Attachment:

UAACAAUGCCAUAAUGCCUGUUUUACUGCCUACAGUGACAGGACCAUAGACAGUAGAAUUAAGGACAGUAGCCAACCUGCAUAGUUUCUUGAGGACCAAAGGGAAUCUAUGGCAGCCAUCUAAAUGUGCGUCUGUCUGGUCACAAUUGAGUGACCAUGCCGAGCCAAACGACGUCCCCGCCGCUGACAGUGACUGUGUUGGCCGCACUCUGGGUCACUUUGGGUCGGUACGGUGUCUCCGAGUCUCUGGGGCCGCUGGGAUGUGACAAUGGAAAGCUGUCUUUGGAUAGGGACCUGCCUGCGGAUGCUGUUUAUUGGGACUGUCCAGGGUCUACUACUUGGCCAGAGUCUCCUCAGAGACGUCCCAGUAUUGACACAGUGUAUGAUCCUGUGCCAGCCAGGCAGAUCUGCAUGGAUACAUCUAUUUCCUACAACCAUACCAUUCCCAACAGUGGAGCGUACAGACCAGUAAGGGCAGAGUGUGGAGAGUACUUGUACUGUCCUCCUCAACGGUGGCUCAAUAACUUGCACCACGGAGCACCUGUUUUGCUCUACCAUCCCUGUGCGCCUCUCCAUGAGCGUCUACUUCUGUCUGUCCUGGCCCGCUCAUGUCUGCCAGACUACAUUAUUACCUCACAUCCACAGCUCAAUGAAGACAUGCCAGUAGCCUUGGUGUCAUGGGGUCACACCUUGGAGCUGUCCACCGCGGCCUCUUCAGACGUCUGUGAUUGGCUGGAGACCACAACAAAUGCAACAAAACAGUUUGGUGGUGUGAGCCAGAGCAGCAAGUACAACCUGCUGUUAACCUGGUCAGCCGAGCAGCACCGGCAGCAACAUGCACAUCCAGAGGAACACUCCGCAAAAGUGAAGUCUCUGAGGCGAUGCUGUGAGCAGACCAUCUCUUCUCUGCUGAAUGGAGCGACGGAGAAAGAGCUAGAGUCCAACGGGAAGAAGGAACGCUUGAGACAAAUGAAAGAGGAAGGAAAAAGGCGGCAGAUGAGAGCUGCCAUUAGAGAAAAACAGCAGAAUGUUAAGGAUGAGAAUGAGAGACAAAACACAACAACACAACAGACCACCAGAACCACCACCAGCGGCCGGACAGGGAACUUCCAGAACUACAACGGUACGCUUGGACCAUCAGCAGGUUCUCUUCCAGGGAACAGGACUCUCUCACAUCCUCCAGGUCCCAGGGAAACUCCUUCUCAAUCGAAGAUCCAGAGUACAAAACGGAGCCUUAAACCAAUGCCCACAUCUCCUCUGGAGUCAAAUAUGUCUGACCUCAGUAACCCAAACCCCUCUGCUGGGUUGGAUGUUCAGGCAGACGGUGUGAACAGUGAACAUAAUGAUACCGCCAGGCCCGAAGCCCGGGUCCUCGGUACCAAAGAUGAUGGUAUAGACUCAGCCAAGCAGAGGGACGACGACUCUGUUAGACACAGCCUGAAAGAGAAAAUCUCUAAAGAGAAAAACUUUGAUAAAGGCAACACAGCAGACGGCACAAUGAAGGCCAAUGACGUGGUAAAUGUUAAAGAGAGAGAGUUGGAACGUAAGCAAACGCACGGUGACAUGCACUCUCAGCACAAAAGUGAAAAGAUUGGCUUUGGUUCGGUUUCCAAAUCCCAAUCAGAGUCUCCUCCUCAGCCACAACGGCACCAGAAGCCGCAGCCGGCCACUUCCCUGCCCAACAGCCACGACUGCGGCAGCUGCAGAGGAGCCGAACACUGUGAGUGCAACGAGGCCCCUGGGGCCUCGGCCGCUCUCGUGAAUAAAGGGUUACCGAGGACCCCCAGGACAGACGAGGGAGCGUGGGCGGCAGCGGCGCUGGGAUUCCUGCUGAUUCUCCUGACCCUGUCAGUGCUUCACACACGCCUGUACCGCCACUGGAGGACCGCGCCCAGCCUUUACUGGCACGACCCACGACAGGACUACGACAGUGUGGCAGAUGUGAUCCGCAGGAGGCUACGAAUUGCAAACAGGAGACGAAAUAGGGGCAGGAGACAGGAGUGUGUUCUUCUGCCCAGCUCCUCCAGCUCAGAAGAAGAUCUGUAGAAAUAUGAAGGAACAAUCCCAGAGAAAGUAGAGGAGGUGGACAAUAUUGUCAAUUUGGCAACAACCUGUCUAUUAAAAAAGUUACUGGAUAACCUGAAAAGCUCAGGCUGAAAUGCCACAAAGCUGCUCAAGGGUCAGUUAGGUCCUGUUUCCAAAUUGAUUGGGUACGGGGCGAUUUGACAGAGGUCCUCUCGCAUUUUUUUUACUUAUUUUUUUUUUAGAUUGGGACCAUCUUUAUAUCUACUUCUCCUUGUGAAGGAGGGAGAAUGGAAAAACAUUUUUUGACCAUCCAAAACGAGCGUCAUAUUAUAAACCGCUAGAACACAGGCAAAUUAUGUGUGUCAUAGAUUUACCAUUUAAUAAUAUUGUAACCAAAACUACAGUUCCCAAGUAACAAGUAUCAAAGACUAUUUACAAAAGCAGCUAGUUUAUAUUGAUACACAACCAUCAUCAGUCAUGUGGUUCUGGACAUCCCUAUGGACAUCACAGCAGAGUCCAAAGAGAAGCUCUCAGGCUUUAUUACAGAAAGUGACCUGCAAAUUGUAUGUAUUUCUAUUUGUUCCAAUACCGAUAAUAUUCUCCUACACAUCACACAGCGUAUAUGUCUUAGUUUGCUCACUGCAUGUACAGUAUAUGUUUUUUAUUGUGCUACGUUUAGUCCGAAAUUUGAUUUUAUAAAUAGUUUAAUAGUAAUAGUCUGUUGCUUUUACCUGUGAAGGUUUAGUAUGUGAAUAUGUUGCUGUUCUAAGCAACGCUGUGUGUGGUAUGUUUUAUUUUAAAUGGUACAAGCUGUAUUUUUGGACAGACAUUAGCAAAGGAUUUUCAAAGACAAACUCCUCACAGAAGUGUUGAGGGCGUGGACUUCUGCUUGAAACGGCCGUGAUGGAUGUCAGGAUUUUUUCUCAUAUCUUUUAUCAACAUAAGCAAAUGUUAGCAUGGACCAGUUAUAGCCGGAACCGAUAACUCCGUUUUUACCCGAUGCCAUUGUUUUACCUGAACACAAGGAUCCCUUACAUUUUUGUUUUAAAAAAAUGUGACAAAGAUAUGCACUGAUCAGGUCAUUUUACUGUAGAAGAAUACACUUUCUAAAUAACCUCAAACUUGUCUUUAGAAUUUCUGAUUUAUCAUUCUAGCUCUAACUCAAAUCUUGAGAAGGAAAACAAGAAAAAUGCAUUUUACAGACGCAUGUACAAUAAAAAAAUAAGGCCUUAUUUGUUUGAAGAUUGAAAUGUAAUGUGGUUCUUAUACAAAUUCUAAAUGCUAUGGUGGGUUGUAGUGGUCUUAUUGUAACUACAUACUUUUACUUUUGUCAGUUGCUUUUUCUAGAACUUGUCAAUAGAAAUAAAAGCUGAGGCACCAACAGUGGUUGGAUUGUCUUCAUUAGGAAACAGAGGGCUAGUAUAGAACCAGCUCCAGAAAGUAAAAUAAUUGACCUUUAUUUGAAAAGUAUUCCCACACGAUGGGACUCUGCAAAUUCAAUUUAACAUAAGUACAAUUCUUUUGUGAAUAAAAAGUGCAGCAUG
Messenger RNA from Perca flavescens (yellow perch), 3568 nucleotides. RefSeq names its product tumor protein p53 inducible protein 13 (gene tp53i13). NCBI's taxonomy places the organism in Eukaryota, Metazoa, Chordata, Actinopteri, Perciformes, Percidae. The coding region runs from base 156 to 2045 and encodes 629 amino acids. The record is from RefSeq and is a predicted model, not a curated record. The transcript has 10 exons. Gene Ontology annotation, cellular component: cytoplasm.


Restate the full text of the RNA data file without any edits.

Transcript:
UAACAAUGCCAUAAUGCCUGUUUUACUGCCUACAGUGACAGGACCAUAGACAGUAGAAUUAAGGACAGUAGCCAACCUGCAUAGUUUCUUGAGGACCAAAGGGAAUCUAUGGCAGCCAUCUAAAUGUGCGUCUGUCUGGUCACAAUUGAGUGACCAUGCCGAGCCAAACGACGUCCCCGCCGCUGACAGUGACUGUGUUGGCCGCACUCUGGGUCACUUUGGGUCGGUACGGUGUCUCCGAGUCUCUGGGGCCGCUGGGAUGUGACAAUGGAAAGCUGUCUUUGGAUAGGGACCUGCCUGCGGAUGCUGUUUAUUGGGACUGUCCAGGGUCUACUACUUGGCCAGAGUCUCCUCAGAGACGUCCCAGUAUUGACACAGUGUAUGAUCCUGUGCCAGCCAGGCAGAUCUGCAUGGAUACAUCUAUUUCCUACAACCAUACCAUUCCCAACAGUGGAGCGUACAGACCAGUAAGGGCAGAGUGUGGAGAGUACUUGUACUGUCCUCCUCAACGGUGGCUCAAUAACUUGCACCACGGAGCACCUGUUUUGCUCUACCAUCCCUGUGCGCCUCUCCAUGAGCGUCUACUUCUGUCUGUCCUGGCCCGCUCAUGUCUGCCAGACUACAUUAUUACCUCACAUCCACAGCUCAAUGAAGACAUGCCAGUAGCCUUGGUGUCAUGGGGUCACACCUUGGAGCUGUCCACCGCGGCCUCUUCAGACGUCUGUGAUUGGCUGGAGACCACAACAAAUGCAACAAAACAGUUUGGUGGUGUGAGCCAGAGCAGCAAGUACAACCUGCUGUUAACCUGGUCAGCCGAGCAGCACCGGCAGCAACAUGCACAUCCAGAGGAACACUCCGCAAAAGUGAAGUCUCUGAGGCGAUGCUGUGAGCAGACCAUCUCUUCUCUGCUGAAUGGAGCGACGGAGAAAGAGCUAGAGUCCAACGGGAAGAAGGAACGCUUGAGACAAAUGAAAGAGGAAGGAAAAAGGCGGCAGAUGAGAGCUGCCAUUAGAGAAAAACAGCAGAAUGUUAAGGAUGAGAAUGAGAGACAAAACACAACAACACAACAGACCACCAGAACCACCACCAGCGGCCGGACAGGGAACUUCCAGAACUACAACGGUACGCUUGGACCAUCAGCAGGUUCUCUUCCAGGGAACAGGACUCUCUCACAUCCUCCAGGUCCCAGGGAAACUCCUUCUCAAUCGAAGAUCCAGAGUACAAAACGGAGCCUUAAACCAAUGCCCACAUCUCCUCUGGAGUCAAAUAUGUCUGACCUCAGUAACCCAAACCCCUCUGCUGGGUUGGAUGUUCAGGCAGACGGUGUGAACAGUGAACAUAAUGAUACCGCCAGGCCCGAAGCCCGGGUCCUCGGUACCAAAGAUGAUGGUAUAGACUCAGCCAAGCAGAGGGACGACGACUCUGUUAGACACAGCCUGAAAGAGAAAAUCUCUAAAGAGAAAAACUUUGAUAAAGGCAACACAGCAGACGGCACAAUGAAGGCCAAUGACGUGGUAAAUGUUAAAGAGAGAGAGUUGGAACGUAAGCAAACGCACGGUGACAUGCACUCUCAGCACAAAAGUGAAAAGAUUGGCUUUGGUUCGGUUUCCAAAUCCCAAUCAGAGUCUCCUCCUCAGCCACAACGGCACCAGAAGCCGCAGCCGGCCACUUCCCUGCCCAACAGCCACGACUGCGGCAGCUGCAGAGGAGCCGAACACUGUGAGUGCAACGAGGCCCCUGGGGCCUCGGCCGCUCUCGUGAAUAAAGGGUUACCGAGGACCCCCAGGACAGACGAGGGAGCGUGGGCGGCAGCGGCGCUGGGAUUCCUGCUGAUUCUCCUGACCCUGUCAGUGCUUCACACACGCCUGUACCGCCACUGGAGGACCGCGCCCAGCCUUUACUGGCACGACCCACGACAGGACUACGACAGUGUGGCAGAUGUGAUCCGCAGGAGGCUACGAAUUGCAAACAGGAGACGAAAUAGGGGCAGGAGACAGGAGUGUGUUCUUCUGCCCAGCUCCUCCAGCUCAGAAGAAGAUCUGUAGAAAUAUGAAGGAACAAUCCCAGAGAAAGUAGAGGAGGUGGACAAUAUUGUCAAUUUGGCAACAACCUGUCUAUUAAAAAAGUUACUGGAUAACCUGAAAAGCUCAGGCUGAAAUGCCACAAAGCUGCUCAAGGGUCAGUUAGGUCCUGUUUCCAAAUUGAUUGGGUACGGGGCGAUUUGACAGAGGUCCUCUCGCAUUUUUUUUACUUAUUUUUUUUUUAGAUUGGGACCAUCUUUAUAUCUACUUCUCCUUGUGAAGGAGGGAGAAUGGAAAAACAUUUUUUGACCAUCCAAAACGAGCGUCAUAUUAUAAACCGCUAGAACACAGGCAAAUUAUGUGUGUCAUAGAUUUACCAUUUAAUAAUAUUGUAACCAAAACUACAGUUCCCAAGUAACAAGUAUCAAAGACUAUUUACAAAAGCAGCUAGUUUAUAUUGAUACACAACCAUCAUCAGUCAUGUGGUUCUGGACAUCCCUAUGGACAUCACAGCAGAGUCCAAAGAGAAGCUCUCAGGCUUUAUUACAGAAAGUGACCUGCAAAUUGUAUGUAUUUCUAUUUGUUCCAAUACCGAUAAUAUUCUCCUACACAUCACACAGCGUAUAUGUCUUAGUUUGCUCACUGCAUGUACAGUAUAUGUUUUUUAUUGUGCUACGUUUAGUCCGAAAUUUGAUUUUAUAAAUAGUUUAAUAGUAAUAGUCUGUUGCUUUUACCUGUGAAGGUUUAGUAUGUGAAUAUGUUGCUGUUCUAAGCAACGCUGUGUGUGGUAUGUUUUAUUUUAAAUGGUACAAGCUGUAUUUUUGGACAGACAUUAGCAAAGGAUUUUCAAAGACAAACUCCUCACAGAAGUGUUGAGGGCGUGGACUUCUGCUUGAAACGGCCGUGAUGGAUGUCAGGAUUUUUUCUCAUAUCUUUUAUCAACAUAAGCAAAUGUUAGCAUGGACCAGUUAUAGCCGGAACCGAUAACUCCGUUUUUACCCGAUGCCAUUGUUUUACCUGAACACAAGGAUCCCUUACAUUUUUGUUUUAAAAAAAUGUGACAAAGAUAUGCACUGAUCAGGUCAUUUUACUGUAGAAGAAUACACUUUCUAAAUAACCUCAAACUUGUCUUUAGAAUUUCUGAUUUAUCAUUCUAGCUCUAACUCAAAUCUUGAGAAGGAAAACAAGAAAAAUGCAUUUUACAGACGCAUGUACAAUAAAAAAAUAAGGCCUUAUUUGUUUGAAGAUUGAAAUGUAAUGUGGUUCUUAUACAAAUUCUAAAUGCUAUGGUGGGUUGUAGUGGUCUUAUUGUAACUACAUACUUUUACUUUUGUCAGUUGCUUUUUCUAGAACUUGUCAAUAGAAAUAAAAGCUGAGGCACCAACAGUGGUUGGAUUGUCUUCAUUAGGAAACAGAGGGCUAGUAUAGAACCAGCUCCAGAAAGUAAAAUAAUUGACCUUUAUUUGAAAAGUAUUCCCACACGAUGGGACUCUGCAAAUUCAAUUUAACAUAAGUACAAUUCUUUUGUGAAUAAAAAGUGCAGCAUG
Messenger RNA from Perca flavescens (yellow perch), 3568 nucleotides. RefSeq names its product tumor protein p53 inducible protein 13 (gene tp53i13). NCBI's taxonomy places the organism in Eukaryota, Metazoa, Chordata, Actinopteri, Perciformes, Percidae. The coding region runs from base 156 to 2045 and encodes 629 amino acids. The record is from RefSeq and is a predicted model, not a curated record. The transcript has 10 exons. Gene Ontology annotation, cellular component: cytoplasm.